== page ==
Excited for Saturday as the public gets to stream into our new library at 350 West Sixth Street. It’s a beauty, inside and out, and yes the price tag is a beaut, too. But the $34 million building should last for 100 years and it’s an asset the entire community can utilize for basically their entire lives. The voting public that responded to our news poll overwhelming chose the library – 54% – as the city’s most significant new facility. The sports park finished second, the police station third and the Sunrise Fire Station last. The City Council should take note …
Note to self: Our wildly popular Best of Gilroy brought more than 1,000 ballots into the offices here. Competition is fierce, and ballot counting has commenced. Not sure about the winners, but my votes would go to: Adam and Ann’s consistently good Milias Restaurant; Konni and Kassi’s well-run and friendly First Street Coffee; Super Taqueria for the fast, delicious burritos, etc. all managed by the very capable Jesus; and the deli inside Nob Hill for the best sandwich in town.
In town this November, we’ll have an election for mayor and council. As it shapes up, Councilman Dion Bracco is steadfastly fending off background requests to graciously bow out, Councilman Peter Arellano is in despite his early statements to the contrary, Councilman Perry Woodward has opted to run for council, not mayor now that a heavyweight politico has entered the arena – that being former mayor and Santa Clara County supervisor Don Gage who has decided to rise again from the depths of his seat as a water district director and reach for the mayoral chair. Fascinating garlic town political shuffle … this should be a runaway for Gage, but there’s a wild card in the mix.
The wild card is the worst political decision I’ve witnessed in my 25 years as editor. I’ve told Mayor Al Pinheiro this directly. Aligning Gilroy local elections for mayor and Council with the general elections stole the spotlight from what’s really important – our local races – which have a direct impact on the quality of our lives in Gilroy. Sure, it saved a few drop-in-the-bucket bucks and granted an extra year to some who are in office, but long-term it tossed Gilroy’s small potatoes into a huge vat of election stew. In that stew, who’s running for mayor or council or a local ballot initiative will get lost for many voters drawn to the ballot box by zillion-dollar funded state propositions and partisan state candidates. It’s a short-sighted shame, and the ramifications will, unfortunately, last a long time.
Read on and in a very short time you’ll know what’s wrong with government in our city. Here’s a short sample from the multi-page ordinance governing signs in Gilroy …
f) Each business, in any commercial or industrial zoning district other than the PO Professional Office District, regardless of building frontage, shall be allowed a minimum of twenty (20) square feet of total sign area. To allow for such sign area for a new business on a parcel containing a pre-existing business, the maximum total sign area may exceed the maximum limit in column 2, subsection ( b), but shall not exceed the maximum limit in column 1, subsection ( b). And, of course, there’s an accompanying study included in the Council packet which shows (surprise, gasp!) that Gilroy is “below average” when it comes to the number of code enforcement officers and points out that, of course, clerical personnel are needed to support the work of those code enforcement officers … so more regulations beget more officers beget more violations beget … and the vicious circle of complexity that leads to more bureaucracy and more regulation feeds itself insatiably.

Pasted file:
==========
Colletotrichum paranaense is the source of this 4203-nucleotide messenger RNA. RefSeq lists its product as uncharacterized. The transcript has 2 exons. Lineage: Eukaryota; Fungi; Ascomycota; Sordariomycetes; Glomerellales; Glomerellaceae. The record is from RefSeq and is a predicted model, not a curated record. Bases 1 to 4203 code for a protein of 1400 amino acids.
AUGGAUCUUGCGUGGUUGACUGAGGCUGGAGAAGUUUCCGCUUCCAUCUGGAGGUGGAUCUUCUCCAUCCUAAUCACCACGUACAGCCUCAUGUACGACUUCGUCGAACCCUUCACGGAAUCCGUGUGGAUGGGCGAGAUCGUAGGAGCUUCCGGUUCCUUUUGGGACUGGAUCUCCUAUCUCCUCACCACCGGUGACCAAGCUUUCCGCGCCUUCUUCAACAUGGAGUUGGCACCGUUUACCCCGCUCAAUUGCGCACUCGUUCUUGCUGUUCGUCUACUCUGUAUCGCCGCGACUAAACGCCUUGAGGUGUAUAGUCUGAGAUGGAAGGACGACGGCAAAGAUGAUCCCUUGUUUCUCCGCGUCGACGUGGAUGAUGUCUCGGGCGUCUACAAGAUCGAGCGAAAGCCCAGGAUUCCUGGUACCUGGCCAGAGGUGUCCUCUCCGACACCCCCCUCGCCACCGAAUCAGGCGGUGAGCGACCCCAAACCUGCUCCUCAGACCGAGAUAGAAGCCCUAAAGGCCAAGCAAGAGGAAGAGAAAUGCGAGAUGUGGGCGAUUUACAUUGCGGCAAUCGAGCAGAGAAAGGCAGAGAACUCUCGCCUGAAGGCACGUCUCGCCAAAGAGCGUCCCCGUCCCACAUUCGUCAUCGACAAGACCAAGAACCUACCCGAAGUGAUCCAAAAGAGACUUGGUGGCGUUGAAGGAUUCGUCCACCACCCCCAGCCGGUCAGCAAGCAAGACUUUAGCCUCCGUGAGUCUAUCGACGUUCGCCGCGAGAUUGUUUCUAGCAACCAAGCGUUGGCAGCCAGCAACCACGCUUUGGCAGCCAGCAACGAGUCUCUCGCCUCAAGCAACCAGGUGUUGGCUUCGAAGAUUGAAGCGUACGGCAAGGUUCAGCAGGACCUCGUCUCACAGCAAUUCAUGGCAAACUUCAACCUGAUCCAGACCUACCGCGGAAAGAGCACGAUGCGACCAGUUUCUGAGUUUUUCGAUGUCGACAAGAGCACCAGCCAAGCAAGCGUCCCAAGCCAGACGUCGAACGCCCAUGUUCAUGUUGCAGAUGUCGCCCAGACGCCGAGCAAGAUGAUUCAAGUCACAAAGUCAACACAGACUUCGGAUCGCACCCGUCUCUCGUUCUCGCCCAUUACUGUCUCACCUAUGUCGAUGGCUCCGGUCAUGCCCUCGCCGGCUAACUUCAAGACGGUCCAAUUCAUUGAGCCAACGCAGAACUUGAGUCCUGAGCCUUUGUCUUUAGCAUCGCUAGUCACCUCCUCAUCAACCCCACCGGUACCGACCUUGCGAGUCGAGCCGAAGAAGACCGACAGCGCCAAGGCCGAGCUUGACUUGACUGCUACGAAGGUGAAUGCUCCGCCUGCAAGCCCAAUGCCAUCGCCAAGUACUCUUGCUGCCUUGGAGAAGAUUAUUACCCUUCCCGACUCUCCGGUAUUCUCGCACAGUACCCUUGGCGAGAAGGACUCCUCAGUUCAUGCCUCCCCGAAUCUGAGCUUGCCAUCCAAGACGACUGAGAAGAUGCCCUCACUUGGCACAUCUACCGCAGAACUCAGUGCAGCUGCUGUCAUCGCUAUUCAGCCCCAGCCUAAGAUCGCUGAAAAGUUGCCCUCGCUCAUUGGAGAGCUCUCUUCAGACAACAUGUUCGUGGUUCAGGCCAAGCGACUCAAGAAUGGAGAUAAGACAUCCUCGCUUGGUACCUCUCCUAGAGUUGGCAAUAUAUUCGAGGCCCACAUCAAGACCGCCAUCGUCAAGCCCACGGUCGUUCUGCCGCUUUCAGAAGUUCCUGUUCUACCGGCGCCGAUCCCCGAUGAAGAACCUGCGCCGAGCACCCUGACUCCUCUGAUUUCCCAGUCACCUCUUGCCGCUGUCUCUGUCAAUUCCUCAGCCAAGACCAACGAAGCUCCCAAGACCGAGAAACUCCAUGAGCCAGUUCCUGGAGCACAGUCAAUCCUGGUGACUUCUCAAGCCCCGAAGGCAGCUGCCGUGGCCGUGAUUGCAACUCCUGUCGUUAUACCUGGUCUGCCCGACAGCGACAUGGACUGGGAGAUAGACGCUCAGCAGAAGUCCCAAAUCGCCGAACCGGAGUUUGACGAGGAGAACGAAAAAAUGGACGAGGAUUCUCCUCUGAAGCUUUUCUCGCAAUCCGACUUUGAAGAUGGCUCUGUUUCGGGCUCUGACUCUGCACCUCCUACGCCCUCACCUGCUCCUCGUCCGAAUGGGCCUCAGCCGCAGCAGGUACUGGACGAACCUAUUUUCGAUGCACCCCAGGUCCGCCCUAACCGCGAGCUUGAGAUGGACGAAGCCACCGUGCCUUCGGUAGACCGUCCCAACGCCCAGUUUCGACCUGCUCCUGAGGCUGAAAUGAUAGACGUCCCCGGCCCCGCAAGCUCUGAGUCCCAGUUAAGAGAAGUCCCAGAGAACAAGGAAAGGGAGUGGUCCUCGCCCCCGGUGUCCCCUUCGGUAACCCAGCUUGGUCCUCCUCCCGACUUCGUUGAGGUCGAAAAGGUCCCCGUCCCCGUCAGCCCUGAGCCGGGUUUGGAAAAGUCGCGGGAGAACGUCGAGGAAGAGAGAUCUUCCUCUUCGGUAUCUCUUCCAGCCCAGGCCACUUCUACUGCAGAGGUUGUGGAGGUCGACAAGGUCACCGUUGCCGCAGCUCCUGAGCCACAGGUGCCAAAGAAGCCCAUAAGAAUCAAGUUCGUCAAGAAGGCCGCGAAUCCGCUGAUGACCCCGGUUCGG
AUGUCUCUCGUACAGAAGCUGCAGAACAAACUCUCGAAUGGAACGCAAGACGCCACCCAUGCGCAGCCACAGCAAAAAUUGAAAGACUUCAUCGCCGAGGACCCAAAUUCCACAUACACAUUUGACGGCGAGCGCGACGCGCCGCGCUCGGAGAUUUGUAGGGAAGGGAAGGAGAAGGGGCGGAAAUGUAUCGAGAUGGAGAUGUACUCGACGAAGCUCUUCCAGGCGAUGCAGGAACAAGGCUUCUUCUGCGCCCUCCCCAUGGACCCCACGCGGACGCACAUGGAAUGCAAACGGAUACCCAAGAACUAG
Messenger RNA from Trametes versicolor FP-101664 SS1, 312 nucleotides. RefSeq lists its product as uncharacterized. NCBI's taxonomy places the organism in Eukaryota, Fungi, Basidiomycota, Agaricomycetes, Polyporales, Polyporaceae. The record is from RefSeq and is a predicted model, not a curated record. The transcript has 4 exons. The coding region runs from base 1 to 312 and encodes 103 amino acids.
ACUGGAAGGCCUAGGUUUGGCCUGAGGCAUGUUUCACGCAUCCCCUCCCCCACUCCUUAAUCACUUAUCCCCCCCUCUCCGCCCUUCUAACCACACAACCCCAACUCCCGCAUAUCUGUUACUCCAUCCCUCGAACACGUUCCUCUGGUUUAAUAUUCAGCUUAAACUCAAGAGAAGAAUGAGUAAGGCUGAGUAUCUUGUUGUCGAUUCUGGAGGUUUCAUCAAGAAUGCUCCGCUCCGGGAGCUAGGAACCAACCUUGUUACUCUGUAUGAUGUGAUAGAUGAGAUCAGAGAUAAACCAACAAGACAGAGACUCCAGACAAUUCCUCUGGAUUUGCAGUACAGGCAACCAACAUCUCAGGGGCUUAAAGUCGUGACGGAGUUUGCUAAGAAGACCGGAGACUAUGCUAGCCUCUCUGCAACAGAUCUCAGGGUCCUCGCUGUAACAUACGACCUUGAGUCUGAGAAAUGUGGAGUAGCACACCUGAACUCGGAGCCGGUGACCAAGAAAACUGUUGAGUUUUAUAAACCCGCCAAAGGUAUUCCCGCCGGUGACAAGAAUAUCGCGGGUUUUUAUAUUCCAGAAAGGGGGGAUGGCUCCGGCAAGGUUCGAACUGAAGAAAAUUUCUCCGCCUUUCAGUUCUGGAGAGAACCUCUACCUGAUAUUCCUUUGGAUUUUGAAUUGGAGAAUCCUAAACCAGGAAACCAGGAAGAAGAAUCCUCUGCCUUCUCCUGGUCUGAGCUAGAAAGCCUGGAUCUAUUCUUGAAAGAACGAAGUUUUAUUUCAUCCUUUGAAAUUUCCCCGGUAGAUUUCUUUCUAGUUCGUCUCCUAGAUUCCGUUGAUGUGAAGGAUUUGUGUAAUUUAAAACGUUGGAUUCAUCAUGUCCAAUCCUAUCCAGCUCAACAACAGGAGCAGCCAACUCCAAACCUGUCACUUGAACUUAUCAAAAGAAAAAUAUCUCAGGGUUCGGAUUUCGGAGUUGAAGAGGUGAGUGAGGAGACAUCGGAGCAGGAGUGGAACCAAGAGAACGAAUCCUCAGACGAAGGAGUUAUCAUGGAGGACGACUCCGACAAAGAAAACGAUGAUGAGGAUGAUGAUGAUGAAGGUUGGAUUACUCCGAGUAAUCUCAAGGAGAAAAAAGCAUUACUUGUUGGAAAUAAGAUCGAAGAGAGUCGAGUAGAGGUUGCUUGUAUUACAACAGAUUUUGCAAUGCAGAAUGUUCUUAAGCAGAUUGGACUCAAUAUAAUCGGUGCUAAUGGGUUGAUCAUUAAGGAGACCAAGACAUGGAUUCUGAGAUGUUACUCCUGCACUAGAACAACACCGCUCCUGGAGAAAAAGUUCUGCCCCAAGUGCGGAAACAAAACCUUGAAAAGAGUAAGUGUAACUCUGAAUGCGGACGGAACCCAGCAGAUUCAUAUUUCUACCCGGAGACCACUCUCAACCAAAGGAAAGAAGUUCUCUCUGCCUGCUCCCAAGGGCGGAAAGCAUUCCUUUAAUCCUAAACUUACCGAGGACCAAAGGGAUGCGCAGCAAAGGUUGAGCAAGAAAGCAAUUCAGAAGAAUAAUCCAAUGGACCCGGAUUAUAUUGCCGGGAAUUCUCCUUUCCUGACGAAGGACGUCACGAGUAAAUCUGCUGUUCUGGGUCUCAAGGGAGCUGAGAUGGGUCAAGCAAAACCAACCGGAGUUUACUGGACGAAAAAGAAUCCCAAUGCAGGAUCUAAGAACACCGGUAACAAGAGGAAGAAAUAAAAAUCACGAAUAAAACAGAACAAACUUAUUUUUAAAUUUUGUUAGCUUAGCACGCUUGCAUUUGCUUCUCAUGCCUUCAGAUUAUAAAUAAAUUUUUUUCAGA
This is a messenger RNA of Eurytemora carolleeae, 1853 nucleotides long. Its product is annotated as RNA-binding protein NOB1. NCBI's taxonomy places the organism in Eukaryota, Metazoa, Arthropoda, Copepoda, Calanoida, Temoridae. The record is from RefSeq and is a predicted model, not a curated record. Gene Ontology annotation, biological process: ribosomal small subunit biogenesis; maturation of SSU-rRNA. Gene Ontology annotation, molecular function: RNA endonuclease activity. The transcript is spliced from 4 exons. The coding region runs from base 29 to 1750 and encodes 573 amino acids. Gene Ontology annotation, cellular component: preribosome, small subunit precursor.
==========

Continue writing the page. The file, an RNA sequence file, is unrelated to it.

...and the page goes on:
If you have an insatiable appetite for BBQ, head up Monterey Street to Morgan Hill on Friday and Saturday, May 11 and 12 for the No Bull BBQ Cook Off. It’s cool. Beer, BBQ and country music. The local-made-the-big-time rockin’ Shane Dwight Band kicks off the festivities Friday night and the Numero Uno BBQ team (competitions are all the rage now) in the USofA, Slap Yo Daddy BBQ, will be competing against the 45-team field which includes the Butcher’s Daughter BBQ team and the Rolling Bones Travelling BBQ Circus. It’s at the Youth Sports Center on Condit Road, exit Dunne Avenue from U.S. 101 and the next step is to have a free shuttle to downtown to and from the event.
In any event, if you are visiting Saint Louise Regional Hospital you’ll likely run into the ever-smiling Ruby Hart at the front desk. She’s perfect for the volunteer job and a chat with her the other day reminded me of my grandmother “Garm” who volunteered at Stanford Hospital for 30-plus years as a “Pink Lady.” Ruby, who has 27 years as a volunteer with the hospital, has the same warmth and “heart” that Garm did and it comes across right away. That’s a real treasure at the front reception desk in a hospital, and thanks to Ruby for the gentle reminder of my grandmother.
Garm and her husband were fantastic cooks. To this day, my last meal request would be their Spaghetti Bolognese which came from Nonni and Nonno, my great grandparents … which reminds me, May 1 is the deadline to enter the 34th Great Garlic Cook-Off. Recipe has to use 6 cloves of fresh garlic or 3 teaspoons of minced or chopped. Enter by email – including a picture of the finished dish – to [email protected] We love it when a local makes the top 8 from the piles and piles of submitted recipes. Last year’s winning title is quite a mouthful: “Stacked Steak Napoleon on Garlic Paper with Asparagus, Radicchio, Shiitakes and Stilton” by Ms. Jamie Brown Miller from Napa. Won’t be seeing that served up in Gourmet Alley anytime soon, but maybe they’ll have a pre-G-fest garlic special menu week at the Milias in July …
Reach Editor Mark Derry at [email protected]